That sounds competitive for family practice, though the hours are on the short side. And if you're including full fledged hospitals you're going to need to pay for specialists one way or the other. You think a surgeon is going to work for $150k?

Functionally too, you need to appeciate that doctors hate the idea of being hired hands or cogs in a machine. Many docs - especially those in primary care - like the idea of extended relationships with their patients and clinics like yours would have limited long-term retention, though it may succeed on a rolling level of the recently trained.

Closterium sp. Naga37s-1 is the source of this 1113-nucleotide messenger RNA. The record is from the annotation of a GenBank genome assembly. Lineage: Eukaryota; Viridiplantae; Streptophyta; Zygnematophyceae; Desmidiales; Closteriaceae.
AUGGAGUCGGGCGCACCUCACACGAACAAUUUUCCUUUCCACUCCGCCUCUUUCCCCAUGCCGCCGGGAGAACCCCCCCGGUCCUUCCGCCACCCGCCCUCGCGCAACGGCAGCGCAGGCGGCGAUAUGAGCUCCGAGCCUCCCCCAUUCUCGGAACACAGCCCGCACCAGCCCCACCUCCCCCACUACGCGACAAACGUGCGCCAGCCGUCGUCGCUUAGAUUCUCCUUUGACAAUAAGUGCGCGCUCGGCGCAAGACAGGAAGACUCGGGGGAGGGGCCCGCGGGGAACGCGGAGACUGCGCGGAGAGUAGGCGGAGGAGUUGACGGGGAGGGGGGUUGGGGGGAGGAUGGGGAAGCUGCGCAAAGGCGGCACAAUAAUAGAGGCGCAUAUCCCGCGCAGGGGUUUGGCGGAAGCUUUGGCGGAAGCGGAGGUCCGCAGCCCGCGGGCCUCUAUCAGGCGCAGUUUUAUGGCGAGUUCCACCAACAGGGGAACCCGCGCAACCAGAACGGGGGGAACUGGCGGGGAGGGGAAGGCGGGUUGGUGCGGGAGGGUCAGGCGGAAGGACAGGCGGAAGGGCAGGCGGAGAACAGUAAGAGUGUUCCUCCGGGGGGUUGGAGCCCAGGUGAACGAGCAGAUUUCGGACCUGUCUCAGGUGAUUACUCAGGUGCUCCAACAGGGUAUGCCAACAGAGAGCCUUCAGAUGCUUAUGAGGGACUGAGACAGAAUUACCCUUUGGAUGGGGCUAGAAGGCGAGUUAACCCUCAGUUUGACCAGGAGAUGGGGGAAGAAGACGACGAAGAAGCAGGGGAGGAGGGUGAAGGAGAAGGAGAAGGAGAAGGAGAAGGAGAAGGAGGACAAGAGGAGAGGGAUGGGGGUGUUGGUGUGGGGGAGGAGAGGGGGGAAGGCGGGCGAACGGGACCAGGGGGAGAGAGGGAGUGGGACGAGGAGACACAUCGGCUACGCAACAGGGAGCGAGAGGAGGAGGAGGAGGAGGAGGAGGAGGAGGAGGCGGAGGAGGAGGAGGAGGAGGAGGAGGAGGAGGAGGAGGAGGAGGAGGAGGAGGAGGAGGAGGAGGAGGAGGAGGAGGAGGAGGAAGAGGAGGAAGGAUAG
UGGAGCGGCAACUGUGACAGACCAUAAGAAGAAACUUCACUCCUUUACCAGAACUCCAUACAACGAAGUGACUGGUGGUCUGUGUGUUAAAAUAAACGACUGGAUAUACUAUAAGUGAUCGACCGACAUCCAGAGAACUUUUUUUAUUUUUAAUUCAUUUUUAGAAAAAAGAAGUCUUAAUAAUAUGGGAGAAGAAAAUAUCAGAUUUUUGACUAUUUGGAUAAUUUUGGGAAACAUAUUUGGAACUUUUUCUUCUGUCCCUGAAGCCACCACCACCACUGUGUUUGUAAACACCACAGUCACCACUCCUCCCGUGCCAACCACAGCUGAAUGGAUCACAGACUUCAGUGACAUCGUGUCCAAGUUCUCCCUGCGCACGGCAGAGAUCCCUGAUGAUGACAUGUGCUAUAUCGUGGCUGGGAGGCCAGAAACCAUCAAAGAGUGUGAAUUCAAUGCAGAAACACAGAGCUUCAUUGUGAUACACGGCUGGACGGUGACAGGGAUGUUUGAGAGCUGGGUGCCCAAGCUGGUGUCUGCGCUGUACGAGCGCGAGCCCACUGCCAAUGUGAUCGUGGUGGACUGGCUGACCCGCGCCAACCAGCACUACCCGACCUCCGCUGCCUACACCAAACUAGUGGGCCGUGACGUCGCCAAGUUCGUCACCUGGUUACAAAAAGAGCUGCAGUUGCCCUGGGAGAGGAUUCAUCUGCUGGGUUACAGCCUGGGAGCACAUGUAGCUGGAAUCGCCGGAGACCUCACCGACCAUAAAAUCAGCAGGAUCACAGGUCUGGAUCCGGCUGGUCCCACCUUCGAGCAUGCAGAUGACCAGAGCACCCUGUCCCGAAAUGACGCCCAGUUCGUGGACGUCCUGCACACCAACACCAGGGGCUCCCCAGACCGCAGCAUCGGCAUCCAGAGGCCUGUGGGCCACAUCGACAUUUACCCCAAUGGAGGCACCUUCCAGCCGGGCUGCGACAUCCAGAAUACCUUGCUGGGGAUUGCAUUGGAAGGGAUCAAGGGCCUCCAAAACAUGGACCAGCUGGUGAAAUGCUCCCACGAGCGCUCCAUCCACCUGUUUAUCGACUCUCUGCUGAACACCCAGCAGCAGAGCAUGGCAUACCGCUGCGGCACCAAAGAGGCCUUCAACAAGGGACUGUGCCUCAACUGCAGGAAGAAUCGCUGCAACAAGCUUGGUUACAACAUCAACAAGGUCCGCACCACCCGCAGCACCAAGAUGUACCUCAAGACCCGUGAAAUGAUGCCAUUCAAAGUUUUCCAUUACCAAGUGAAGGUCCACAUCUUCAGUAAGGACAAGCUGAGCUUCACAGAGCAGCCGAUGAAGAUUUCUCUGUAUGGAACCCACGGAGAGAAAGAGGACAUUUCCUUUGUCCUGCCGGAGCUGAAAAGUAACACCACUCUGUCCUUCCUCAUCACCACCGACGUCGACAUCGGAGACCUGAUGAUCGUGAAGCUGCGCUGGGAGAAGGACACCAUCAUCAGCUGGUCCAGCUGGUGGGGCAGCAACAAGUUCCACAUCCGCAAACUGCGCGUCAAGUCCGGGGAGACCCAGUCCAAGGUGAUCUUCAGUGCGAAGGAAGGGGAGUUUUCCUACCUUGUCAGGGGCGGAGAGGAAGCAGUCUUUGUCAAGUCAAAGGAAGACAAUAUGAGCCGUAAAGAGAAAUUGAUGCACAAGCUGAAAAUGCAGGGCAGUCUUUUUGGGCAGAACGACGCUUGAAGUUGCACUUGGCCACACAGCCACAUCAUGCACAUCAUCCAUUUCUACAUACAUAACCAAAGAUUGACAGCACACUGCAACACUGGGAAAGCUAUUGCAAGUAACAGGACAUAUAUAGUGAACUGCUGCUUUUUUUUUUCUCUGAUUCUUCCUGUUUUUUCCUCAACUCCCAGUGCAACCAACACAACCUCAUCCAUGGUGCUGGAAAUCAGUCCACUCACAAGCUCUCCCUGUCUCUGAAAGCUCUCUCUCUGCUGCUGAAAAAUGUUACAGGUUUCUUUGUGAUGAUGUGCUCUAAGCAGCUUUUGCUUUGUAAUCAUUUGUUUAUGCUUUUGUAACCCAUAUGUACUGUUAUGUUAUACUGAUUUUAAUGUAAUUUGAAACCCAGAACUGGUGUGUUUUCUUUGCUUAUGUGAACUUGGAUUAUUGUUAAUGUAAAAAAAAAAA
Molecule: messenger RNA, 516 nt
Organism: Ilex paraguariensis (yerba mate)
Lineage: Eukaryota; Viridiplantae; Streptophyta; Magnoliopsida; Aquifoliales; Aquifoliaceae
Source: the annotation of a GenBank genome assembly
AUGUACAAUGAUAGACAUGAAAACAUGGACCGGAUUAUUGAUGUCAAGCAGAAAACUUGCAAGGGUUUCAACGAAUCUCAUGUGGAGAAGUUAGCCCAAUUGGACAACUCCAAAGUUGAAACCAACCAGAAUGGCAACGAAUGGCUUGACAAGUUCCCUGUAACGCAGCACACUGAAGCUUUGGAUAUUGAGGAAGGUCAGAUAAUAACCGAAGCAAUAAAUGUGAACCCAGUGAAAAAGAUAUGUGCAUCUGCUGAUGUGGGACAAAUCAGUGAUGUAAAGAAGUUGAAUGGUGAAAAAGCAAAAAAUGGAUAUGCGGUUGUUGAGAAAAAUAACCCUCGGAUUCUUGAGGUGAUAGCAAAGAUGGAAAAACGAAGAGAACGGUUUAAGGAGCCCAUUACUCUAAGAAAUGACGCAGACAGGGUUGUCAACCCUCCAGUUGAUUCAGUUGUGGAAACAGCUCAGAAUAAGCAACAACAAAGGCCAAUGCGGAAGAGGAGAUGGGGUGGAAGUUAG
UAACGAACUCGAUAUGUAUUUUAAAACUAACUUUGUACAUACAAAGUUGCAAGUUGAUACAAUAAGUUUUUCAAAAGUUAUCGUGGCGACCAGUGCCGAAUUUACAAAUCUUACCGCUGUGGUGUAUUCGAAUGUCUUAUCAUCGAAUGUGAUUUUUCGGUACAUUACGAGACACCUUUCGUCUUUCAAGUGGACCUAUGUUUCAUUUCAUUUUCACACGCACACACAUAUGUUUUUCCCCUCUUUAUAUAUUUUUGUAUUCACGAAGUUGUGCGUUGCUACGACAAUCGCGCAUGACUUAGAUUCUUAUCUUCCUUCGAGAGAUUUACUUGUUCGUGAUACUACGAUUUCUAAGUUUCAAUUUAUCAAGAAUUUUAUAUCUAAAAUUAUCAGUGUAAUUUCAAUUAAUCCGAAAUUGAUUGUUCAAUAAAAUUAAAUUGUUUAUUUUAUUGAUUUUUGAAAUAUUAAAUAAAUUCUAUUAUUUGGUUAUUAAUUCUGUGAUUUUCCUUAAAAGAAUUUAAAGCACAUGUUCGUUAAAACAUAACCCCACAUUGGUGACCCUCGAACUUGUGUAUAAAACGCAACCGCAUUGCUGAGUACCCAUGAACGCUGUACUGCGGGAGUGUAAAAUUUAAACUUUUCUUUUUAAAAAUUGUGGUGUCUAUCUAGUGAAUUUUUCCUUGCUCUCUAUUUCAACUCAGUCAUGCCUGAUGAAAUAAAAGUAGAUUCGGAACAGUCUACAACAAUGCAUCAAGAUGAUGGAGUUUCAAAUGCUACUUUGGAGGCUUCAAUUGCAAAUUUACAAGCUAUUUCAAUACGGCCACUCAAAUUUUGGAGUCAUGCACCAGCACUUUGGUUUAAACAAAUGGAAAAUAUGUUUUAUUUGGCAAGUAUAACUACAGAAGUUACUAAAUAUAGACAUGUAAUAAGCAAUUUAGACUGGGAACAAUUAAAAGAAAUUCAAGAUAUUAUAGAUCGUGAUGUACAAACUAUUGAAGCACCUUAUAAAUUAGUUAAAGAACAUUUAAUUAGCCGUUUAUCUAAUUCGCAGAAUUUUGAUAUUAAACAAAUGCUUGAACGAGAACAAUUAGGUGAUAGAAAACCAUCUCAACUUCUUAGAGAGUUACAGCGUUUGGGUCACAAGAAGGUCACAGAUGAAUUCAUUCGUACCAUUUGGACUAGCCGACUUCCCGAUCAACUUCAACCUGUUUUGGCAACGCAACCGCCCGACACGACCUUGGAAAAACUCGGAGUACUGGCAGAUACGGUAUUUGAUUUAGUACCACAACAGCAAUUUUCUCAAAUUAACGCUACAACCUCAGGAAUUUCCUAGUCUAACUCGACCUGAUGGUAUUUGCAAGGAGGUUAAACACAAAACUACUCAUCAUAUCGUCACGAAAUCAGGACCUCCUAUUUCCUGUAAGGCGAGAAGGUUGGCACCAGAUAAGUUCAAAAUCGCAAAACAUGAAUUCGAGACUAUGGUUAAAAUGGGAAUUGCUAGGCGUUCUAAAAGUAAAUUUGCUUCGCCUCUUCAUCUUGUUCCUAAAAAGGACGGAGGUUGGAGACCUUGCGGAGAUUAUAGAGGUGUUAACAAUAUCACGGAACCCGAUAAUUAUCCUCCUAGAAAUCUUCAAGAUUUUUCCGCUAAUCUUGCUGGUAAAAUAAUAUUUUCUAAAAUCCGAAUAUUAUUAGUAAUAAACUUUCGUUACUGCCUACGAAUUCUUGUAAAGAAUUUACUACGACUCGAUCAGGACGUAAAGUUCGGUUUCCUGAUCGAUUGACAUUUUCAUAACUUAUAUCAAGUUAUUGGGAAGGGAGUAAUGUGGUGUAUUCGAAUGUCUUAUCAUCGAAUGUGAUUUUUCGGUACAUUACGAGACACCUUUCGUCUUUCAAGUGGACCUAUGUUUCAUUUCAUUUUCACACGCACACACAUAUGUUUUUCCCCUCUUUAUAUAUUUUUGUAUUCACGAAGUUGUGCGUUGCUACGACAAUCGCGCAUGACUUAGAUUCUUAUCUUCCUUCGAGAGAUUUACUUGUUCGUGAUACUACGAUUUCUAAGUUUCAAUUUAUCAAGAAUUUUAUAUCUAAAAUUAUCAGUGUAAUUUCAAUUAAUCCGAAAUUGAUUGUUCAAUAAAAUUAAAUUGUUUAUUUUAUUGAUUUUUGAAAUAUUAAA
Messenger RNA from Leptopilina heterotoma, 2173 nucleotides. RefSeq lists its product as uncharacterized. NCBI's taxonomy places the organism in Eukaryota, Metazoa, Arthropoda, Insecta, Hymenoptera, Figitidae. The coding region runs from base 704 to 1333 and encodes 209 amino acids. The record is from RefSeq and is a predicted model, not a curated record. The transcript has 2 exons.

"4. The mass paperwork currently required would be eliminated."

Heh, that's pure fantasy. More government involvement means more paperwork.

"5. Generic drugs only would be used, absent a clear and major benefit from a brand name."

Except that in-hospital use tends to be offered by big-name companies on a formulary basis at minor cost.



Another idea I've heard not too long ago is the idea that insurance should be set up with what amounts to an allowance of only a couple thousand dollars a year for routine costs of medical care. Above that, the costs are no longer covered and everything is out of pocket or charity-based. This makes the costs apparent to consumers. Finally, after out of pocket expenses hit some monetary limit - perhaps $10,000 (ie more than a person of average means could reliably have available)- insurance hits in for indemnity or catastrophic care.